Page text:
Desktop video tool for home swap platform


Mi Casa, which launched in July 2023, is an online marketplace that connects people interested in swapping homes. The company wanted to build an internal video tool that allows users to chat with each other before committing to a home swap.

My role

I was the primary designer leading user research, scoping MVP requirements, mapping out the user flow, and creating the designs and prototype.


Why a video feature?

Previous research found that establishing trust with other members was a key requirement before users would commit to a home swap. To address this concern, Mi Casa recommends that users conduct video calls before agreeing to a home swap.

However, the current product doesn't have a video feature, so users must share their emails or phone numbers to set calls up externally. There are security concerns with sharing personal information, and having to rely on external tools can lead to a frustrating user experience, as participants would then need to track conversations in more than one place.

After conducting secondary research, I found that other home swap and rental platforms like HomeExchange, Couchsurfing, and Airbnb don't offer internal video options either, which creates an opportunity for Mi Casa to differentiate from competitors.


Diving into our users

I conducted six user interviews with people in Mi Casa’s target audience, which I defined as previous survey participants who indicated interest in using Mi Casa to travel for 4 - 8 weeks or more.

Key research objectives:

  1. Identify the jobs to be done and primary concerns that users would want to address when video chatting with potential home swappers.

  1. Understand the pain points that people face with video calls generally.


Building trust is critical

Typically unrelated to the video call, e.g., having a legal doc or platform guarantee.

Videos are for sense checks

If other safety measures are in place, people use video calls mainly as a vibe check.

Phone > laptop

It's easier to move around with a phone, and users can flip the camera to show the space.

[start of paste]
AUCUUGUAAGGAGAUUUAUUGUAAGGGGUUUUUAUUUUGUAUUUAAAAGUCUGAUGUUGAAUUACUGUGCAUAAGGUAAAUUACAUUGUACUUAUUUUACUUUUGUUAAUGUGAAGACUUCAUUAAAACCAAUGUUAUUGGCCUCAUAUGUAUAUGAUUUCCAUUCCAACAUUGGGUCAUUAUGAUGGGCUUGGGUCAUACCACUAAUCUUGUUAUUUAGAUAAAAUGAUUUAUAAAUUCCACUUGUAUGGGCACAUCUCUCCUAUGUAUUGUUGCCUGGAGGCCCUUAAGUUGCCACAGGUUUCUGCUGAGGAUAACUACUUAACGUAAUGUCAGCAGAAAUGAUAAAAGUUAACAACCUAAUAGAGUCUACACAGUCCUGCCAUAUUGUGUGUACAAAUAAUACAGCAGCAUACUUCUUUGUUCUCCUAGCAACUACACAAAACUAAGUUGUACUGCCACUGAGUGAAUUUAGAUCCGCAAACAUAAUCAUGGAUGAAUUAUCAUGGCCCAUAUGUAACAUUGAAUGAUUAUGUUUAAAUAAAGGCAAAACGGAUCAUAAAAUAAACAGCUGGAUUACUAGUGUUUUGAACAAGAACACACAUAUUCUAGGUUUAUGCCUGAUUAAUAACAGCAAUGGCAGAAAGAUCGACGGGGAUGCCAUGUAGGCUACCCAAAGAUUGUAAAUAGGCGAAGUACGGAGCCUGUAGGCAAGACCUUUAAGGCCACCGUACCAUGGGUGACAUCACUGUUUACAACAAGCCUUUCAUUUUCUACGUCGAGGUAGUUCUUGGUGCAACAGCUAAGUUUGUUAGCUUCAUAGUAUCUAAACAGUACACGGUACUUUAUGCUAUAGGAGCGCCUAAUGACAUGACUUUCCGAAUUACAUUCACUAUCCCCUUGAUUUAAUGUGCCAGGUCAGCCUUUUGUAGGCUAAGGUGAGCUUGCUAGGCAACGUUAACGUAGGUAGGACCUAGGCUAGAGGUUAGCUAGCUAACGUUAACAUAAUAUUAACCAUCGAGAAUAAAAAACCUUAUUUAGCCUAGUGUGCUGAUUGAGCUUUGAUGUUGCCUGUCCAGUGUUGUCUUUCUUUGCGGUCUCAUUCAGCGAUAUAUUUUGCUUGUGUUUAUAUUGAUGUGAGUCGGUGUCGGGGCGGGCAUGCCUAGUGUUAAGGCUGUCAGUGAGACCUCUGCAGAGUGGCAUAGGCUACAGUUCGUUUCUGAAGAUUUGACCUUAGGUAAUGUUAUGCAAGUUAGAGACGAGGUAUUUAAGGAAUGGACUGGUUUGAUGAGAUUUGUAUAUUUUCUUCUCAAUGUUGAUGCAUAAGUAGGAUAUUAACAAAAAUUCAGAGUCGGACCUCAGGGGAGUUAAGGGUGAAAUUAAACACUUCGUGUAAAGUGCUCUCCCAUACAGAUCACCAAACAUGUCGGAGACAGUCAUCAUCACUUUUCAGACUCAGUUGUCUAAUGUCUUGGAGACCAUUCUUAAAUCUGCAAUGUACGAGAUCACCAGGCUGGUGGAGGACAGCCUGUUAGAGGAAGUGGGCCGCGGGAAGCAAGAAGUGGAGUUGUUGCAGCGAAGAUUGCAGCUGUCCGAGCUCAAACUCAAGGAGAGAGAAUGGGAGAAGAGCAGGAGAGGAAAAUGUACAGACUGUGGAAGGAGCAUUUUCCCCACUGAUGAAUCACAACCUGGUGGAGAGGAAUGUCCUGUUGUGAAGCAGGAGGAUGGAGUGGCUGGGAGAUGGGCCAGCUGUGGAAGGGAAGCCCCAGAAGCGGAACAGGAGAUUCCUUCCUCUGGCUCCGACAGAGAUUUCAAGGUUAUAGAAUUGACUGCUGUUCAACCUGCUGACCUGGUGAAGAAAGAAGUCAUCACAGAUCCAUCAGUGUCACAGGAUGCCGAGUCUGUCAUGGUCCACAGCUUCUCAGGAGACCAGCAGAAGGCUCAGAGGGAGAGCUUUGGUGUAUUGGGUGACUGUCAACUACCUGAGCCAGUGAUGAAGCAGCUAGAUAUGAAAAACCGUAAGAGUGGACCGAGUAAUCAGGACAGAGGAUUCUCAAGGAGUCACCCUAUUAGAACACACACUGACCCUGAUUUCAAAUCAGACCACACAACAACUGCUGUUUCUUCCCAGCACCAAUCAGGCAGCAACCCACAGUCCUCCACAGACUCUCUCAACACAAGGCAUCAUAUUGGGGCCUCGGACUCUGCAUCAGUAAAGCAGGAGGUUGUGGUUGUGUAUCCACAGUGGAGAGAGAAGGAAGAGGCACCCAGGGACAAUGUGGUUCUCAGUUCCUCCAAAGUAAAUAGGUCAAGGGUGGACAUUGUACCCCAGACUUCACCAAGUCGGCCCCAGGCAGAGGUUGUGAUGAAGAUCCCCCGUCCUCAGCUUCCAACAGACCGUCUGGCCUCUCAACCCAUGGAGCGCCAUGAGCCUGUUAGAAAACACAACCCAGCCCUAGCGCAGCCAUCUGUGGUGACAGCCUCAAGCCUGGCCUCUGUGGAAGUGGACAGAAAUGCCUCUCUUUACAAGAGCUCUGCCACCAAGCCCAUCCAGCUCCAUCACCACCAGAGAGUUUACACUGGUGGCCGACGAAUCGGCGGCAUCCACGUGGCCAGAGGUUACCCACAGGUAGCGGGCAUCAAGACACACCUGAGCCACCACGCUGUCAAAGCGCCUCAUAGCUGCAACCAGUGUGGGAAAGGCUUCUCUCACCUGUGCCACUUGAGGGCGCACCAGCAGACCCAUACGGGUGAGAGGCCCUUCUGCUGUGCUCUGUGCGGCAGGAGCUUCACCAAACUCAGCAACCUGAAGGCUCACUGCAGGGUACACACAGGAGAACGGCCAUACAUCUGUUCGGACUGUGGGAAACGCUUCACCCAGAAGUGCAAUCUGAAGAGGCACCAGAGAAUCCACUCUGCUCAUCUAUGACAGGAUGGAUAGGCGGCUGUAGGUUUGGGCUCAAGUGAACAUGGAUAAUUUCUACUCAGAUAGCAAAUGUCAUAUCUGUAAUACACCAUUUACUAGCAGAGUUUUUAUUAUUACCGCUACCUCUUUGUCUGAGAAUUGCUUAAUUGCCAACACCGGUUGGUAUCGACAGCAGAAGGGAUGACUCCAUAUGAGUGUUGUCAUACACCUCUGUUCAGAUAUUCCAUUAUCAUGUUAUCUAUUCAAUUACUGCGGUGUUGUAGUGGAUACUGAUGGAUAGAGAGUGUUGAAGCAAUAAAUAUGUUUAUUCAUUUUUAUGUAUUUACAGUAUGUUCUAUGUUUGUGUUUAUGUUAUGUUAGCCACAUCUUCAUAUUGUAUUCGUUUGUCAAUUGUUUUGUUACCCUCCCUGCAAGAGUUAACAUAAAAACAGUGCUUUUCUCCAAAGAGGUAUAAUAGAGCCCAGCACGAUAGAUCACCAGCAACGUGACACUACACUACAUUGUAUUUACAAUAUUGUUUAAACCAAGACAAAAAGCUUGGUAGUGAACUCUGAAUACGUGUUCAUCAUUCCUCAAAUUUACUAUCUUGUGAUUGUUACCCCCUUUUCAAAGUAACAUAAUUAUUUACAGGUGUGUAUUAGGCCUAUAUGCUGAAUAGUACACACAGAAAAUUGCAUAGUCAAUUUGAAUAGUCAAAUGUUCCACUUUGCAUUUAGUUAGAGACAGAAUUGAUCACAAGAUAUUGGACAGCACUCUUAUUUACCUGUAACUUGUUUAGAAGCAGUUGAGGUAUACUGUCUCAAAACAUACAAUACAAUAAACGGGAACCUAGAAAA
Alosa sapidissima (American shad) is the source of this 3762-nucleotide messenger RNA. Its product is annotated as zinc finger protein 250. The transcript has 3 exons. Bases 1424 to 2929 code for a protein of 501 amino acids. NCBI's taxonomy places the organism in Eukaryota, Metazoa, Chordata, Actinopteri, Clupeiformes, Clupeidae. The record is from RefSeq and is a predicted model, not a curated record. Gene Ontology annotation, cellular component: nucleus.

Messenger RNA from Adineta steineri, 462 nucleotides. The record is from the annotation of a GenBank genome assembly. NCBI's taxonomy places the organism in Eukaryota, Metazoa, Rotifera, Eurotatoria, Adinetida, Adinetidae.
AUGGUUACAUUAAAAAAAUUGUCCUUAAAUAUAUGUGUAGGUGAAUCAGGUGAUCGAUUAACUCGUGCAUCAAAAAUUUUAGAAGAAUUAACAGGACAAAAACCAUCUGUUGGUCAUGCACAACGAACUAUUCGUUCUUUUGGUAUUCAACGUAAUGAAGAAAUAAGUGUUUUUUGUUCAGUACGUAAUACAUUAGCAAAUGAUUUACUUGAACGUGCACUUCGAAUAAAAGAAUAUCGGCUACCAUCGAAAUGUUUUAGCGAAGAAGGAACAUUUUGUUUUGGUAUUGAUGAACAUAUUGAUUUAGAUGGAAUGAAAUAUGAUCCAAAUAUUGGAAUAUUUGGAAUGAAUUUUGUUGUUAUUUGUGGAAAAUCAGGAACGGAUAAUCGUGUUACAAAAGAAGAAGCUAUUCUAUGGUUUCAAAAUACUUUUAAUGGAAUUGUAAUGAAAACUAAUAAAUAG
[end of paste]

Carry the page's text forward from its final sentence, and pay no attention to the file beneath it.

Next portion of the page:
Basic functionality is fine

Simplicity is key; call quality is the most important aspect of the video call.


Feature set prioritization

Given Mi Casa's limited resources as a startup, I focused on scoping an MVP.

Step 1: Competitive analysis

To determine the initial feature set, I looked at other video conferencing tools to determine which offerings were common across platforms.

Step 2: Prioritization

From there, I prioritized features based on utility, focusing on the primary scenario: a two-person video call during which users would get to know each other and show off their homes. We also made note of "nice-to-have" features for future iterations.

Defining MVP requirements

💻 Technical constraints and supported formats

💻 Technical constraints and supported formats

Supporting desktop-only for MVP: Given the lack of an existing mobile app and resource constraints, we decided to support calls on desktop only for now, despite user preference for mobile video.

🗓️ Scheduled meetings or instant video?

🗓️ Scheduled meetings or instant video?

Preference for scheduled meetings but too time-consuming: I initially explored the option for users to schedule and view upcoming meetings on the Mi Casa website for a more seamless video experience. But because there isn't an existing calendar feature, this option would expand the scope beyond what my time constraints allowed for.

Design tradeoff: After discussing with the founder, I decided to create an instant video feature with no scheduling capabilities for the MVP. Users could agree on times using the messaging platform and add reminders to external calendars.

🤔 Other considerations

🗓️ Scheduled meetings or instant video?

Mobile responsiveness: Even though Mi Casa doesn't have a mobile app, we wanted to ensure that the video feature was responsive so users could still join on calls on mobile web if they preferred.